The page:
Friday, December 04, 2009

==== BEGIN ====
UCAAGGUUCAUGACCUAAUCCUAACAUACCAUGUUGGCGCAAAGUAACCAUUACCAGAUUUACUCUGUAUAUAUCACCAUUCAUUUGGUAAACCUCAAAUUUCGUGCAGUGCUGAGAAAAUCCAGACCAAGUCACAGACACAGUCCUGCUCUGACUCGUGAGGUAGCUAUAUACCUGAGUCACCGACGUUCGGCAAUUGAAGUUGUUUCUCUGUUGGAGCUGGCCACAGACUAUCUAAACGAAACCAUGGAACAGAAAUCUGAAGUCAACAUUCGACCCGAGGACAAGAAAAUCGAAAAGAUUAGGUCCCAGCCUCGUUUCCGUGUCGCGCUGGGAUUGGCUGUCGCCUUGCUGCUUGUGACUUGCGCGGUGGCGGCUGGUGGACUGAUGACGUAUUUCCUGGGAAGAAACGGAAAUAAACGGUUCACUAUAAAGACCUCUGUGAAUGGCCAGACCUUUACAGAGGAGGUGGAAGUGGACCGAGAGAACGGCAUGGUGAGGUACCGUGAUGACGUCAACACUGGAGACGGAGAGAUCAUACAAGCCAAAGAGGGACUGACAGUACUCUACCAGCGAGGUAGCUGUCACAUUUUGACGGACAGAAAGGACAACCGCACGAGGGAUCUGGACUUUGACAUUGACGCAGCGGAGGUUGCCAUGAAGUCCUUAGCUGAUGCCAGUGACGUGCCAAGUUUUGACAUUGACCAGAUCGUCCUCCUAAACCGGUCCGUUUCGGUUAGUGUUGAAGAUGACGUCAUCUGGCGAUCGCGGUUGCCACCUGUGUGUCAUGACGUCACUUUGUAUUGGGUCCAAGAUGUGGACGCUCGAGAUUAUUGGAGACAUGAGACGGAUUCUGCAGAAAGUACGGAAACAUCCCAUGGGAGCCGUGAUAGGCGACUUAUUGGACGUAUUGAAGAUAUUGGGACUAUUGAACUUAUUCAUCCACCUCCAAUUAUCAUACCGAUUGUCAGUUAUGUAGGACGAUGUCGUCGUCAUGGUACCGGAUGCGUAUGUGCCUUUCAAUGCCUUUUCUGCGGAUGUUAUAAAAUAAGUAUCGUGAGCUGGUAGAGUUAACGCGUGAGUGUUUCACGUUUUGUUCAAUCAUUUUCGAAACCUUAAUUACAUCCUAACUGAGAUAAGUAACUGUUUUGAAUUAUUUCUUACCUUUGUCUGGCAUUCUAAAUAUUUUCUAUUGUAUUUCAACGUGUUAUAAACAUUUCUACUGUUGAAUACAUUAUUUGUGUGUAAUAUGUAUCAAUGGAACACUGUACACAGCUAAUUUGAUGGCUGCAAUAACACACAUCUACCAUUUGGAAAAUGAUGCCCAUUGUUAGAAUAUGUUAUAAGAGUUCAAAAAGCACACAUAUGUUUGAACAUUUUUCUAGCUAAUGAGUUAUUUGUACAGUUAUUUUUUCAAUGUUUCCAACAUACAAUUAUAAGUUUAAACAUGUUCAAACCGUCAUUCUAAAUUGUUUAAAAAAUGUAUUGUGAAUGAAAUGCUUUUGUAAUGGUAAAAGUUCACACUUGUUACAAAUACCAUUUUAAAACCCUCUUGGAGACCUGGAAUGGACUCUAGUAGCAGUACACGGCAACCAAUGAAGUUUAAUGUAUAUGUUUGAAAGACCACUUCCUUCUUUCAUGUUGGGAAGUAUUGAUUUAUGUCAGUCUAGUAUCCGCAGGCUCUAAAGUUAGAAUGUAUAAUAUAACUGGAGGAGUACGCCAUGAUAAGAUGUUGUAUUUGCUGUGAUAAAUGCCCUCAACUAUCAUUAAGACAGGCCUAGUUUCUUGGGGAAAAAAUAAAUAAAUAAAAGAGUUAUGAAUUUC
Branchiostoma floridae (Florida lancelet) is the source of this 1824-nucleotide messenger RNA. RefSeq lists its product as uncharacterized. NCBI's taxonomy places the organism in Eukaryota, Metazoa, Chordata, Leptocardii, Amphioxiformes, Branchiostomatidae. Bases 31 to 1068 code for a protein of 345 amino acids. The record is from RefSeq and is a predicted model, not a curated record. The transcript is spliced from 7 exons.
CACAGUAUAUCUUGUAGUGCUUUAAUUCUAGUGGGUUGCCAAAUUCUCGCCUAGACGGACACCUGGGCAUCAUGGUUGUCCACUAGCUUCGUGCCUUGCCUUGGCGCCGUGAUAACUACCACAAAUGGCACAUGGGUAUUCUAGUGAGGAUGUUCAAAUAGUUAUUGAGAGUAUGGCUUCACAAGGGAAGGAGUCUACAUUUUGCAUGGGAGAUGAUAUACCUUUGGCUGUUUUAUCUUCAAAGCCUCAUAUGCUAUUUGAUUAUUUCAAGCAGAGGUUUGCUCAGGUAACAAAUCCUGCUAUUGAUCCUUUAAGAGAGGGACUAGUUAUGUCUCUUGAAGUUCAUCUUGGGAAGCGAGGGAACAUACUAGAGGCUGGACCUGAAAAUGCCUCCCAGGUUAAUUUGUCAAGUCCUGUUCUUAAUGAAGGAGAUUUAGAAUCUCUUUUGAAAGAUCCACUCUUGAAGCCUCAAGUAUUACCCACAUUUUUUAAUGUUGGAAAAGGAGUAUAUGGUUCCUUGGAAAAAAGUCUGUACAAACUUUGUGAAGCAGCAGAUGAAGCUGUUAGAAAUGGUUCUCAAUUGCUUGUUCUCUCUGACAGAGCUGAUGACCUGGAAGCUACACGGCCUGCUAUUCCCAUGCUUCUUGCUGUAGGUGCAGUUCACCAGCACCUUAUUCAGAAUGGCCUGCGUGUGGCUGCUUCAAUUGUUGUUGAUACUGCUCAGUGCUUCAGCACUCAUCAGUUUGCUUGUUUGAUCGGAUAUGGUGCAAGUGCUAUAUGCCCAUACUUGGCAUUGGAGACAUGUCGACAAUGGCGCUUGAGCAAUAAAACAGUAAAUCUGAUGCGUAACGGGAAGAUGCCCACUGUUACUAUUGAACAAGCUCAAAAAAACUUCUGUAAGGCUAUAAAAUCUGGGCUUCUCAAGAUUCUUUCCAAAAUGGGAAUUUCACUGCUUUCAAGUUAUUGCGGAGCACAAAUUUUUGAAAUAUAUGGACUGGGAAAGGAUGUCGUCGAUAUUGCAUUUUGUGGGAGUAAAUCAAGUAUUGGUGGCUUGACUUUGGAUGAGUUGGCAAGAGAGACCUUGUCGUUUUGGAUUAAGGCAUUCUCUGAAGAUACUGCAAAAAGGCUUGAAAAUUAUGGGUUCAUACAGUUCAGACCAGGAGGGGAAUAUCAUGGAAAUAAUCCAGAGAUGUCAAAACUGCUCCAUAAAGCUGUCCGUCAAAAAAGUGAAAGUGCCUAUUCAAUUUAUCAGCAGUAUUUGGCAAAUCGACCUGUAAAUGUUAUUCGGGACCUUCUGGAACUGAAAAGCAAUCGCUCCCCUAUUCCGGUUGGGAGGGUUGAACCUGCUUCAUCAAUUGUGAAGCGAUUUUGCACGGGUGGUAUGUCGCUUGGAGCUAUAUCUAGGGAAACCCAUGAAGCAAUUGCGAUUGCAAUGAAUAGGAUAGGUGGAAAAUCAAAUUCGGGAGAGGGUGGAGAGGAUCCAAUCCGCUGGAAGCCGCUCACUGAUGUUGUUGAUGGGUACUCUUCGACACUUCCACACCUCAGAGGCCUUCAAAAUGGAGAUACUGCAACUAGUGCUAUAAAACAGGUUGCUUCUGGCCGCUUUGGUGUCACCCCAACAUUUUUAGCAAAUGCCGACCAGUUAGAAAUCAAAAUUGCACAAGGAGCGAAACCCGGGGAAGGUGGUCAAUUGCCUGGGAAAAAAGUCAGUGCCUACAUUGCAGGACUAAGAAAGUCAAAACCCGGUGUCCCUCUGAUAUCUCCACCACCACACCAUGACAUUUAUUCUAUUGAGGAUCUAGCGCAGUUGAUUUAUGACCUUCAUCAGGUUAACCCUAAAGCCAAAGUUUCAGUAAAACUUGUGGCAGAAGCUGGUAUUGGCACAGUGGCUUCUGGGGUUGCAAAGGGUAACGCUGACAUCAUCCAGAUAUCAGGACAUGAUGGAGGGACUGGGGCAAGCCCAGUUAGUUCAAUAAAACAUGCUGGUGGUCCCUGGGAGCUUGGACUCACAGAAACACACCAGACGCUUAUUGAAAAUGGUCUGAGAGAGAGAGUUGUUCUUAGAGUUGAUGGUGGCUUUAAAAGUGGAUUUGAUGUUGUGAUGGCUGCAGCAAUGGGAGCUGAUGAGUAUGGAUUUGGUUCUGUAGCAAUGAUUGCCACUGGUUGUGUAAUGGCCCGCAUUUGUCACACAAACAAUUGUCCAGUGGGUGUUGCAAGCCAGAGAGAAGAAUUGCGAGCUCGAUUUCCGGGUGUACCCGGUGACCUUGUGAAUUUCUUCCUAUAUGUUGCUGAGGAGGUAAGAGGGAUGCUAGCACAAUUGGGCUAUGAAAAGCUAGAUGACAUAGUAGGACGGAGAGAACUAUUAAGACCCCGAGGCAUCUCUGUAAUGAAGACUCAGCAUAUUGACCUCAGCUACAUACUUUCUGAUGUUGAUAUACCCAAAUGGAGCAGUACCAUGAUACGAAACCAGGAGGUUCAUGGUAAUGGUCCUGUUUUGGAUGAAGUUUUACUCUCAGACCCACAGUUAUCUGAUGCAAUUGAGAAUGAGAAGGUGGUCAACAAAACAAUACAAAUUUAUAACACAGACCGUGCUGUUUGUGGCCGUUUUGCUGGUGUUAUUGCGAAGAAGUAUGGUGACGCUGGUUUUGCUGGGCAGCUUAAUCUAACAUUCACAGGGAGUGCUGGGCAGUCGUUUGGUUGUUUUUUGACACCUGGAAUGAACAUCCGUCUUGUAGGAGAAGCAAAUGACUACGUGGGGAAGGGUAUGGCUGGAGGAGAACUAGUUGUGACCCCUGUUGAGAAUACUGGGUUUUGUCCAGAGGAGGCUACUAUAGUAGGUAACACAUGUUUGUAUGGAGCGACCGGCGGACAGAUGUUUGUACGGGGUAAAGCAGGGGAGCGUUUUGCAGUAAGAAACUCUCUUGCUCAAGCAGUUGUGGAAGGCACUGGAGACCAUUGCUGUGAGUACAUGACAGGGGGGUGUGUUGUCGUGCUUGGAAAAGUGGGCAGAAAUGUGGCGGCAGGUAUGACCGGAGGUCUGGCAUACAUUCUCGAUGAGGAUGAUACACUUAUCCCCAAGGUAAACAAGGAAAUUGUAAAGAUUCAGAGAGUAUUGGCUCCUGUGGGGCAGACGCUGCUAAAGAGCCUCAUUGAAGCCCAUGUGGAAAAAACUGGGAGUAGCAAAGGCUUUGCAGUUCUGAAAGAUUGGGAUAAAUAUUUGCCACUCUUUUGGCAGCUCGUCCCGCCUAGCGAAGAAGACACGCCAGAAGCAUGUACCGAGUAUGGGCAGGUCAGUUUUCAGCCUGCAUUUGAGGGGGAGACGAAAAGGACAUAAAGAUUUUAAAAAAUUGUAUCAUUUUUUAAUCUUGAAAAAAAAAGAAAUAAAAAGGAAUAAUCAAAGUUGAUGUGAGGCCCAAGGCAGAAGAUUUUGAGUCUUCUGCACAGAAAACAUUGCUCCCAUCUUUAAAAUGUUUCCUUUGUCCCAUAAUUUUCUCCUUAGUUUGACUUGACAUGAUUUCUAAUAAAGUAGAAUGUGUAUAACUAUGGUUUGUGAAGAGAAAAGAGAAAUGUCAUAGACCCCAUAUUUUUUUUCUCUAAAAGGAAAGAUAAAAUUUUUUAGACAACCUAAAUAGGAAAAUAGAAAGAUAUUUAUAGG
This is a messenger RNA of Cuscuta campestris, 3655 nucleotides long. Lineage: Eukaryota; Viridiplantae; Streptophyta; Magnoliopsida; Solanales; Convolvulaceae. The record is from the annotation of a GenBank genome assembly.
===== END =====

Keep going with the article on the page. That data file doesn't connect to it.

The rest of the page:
I have often enjoyed comparing my work as a teacher to that of a gardener. Both of us are interested in helping things grow – the gardener her plants and I my burgeoning students. Both of us take pleasure in walking among our charges, admiring the expansion of leaves or minds, and both of us love the times when we can stand apart and marvel at the final product – the unfolded flower petals, the spreading-out minds of teenagers. What I find especially satisfying about this metaphor is that neither the gardener nor I has any control over the kind of final products our work will produce. A zinnia seed will produce a zinnia, and the young people in my classes will become exactly what they are capable of becoming, no matter how much I may think I am “guiding” them. All the gardener and I can do is prepare the environment, supply the appropriate nutrients, pull the “weeds”, and then … step back and patiently wait. A gardener uses manure to stimulate the growth, and I use my daily lessons. I sometimes spread a few suggestions about sentence variety among the students in the hope that full-bodied essays will sprout in a few days, and occasionally I scatter advice about revision, hoping it will allow their paragraphs to be more handsome and healthy. What I must always remember is that silver queen corn seedlings will become silver queen ears, and my students will become what they are individually equipped to become. All I can do is water, weed, wait, and be amazed.

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